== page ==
(Derogatory) An ordinary person, especially one from the lower social classes.
Mid 17th century: originally as plural plebs, from Latin plebs the common people. Later a shortened form of plebeian.
“Due to the mix up we plebs got to mingle with the hoity-toity in the VIP area.”
“He considers everyone outside his social circle to be plebs and incapable of rational thought.”
The last stage of life; old age.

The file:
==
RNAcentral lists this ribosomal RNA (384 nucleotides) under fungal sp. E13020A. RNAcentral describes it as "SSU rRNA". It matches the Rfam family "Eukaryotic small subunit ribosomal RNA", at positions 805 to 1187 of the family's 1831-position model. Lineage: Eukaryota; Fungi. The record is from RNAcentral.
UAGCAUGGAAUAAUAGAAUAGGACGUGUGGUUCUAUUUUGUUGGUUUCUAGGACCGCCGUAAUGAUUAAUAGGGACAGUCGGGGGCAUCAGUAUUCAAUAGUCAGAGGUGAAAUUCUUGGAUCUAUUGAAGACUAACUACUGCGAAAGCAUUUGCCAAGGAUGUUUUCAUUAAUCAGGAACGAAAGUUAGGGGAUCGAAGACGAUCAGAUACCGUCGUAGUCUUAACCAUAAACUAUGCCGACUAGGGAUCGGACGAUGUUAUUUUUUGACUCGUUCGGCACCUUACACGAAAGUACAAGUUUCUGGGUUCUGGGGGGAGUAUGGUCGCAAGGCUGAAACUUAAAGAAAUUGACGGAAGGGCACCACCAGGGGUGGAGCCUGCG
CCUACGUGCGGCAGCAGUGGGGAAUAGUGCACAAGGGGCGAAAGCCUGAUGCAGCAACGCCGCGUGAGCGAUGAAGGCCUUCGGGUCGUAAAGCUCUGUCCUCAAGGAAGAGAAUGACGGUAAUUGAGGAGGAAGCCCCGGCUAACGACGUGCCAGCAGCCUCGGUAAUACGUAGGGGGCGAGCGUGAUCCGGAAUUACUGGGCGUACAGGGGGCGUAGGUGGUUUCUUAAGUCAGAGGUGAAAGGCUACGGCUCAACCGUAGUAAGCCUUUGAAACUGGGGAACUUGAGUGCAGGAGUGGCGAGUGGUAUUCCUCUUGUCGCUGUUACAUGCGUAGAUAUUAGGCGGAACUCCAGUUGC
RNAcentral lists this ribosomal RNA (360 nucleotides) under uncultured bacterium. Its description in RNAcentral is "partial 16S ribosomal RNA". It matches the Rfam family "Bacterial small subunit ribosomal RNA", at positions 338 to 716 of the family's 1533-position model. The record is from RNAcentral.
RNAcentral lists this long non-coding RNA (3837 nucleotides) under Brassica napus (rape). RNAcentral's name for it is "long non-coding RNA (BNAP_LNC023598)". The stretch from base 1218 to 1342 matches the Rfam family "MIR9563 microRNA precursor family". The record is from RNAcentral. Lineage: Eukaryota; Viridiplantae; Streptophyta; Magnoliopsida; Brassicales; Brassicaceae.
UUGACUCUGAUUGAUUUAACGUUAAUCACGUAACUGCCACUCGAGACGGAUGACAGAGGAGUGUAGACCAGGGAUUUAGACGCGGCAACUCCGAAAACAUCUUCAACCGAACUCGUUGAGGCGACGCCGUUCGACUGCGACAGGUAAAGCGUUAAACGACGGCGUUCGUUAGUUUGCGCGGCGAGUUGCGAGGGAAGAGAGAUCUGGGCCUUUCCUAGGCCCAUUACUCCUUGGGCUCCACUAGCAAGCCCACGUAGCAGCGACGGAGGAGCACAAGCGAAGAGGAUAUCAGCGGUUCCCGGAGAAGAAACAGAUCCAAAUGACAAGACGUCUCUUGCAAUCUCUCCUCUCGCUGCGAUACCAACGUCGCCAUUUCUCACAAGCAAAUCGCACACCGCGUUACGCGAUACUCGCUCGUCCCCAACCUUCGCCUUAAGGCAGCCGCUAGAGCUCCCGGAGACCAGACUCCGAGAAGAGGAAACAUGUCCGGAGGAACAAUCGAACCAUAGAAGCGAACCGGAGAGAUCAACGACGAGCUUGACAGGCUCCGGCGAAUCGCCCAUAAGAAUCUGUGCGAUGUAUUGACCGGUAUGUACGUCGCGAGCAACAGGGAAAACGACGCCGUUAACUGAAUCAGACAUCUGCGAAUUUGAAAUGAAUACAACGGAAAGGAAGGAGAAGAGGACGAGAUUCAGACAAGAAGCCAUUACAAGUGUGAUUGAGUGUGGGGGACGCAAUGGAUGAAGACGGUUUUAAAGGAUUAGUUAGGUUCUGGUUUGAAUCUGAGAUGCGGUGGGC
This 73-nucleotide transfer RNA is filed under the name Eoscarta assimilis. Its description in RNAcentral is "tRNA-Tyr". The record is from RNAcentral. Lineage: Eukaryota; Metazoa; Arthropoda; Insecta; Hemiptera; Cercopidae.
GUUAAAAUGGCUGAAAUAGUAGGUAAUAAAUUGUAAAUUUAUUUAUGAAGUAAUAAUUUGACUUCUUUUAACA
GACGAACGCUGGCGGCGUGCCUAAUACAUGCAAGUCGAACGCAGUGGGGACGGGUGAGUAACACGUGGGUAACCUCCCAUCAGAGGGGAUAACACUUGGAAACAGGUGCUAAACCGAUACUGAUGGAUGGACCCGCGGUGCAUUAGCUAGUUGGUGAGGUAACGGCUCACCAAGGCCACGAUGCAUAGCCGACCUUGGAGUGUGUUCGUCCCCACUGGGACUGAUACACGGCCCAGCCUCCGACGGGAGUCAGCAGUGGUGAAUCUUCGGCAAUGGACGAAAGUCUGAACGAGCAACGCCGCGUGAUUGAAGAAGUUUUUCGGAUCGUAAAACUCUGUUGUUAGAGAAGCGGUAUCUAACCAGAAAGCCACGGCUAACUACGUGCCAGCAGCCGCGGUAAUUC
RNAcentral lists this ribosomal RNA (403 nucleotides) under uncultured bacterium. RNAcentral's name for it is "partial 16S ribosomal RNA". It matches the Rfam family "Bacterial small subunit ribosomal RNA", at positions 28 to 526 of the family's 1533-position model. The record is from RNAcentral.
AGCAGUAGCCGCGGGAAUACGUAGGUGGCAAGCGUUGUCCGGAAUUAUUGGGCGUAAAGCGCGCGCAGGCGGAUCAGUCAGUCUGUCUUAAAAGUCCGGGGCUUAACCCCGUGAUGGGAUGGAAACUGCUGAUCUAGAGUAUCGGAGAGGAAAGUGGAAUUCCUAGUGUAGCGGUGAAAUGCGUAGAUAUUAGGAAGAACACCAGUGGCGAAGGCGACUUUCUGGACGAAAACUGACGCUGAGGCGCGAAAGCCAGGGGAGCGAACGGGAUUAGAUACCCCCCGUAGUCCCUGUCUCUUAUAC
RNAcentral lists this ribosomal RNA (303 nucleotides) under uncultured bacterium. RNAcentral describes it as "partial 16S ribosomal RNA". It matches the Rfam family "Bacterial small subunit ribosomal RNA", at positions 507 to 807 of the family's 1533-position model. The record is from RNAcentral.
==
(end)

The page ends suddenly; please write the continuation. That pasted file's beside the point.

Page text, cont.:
Senectitude comes from the Medieval Latin noun senectitūdō meaning “old age,” which in turn comes from Classical Latin senectūs, a derivative of the noun senex meaning “old man.” Senectitude entered English in the late 1700s, more precisely, in 1796 in Jonathan Swift’s Gulliver’s Travels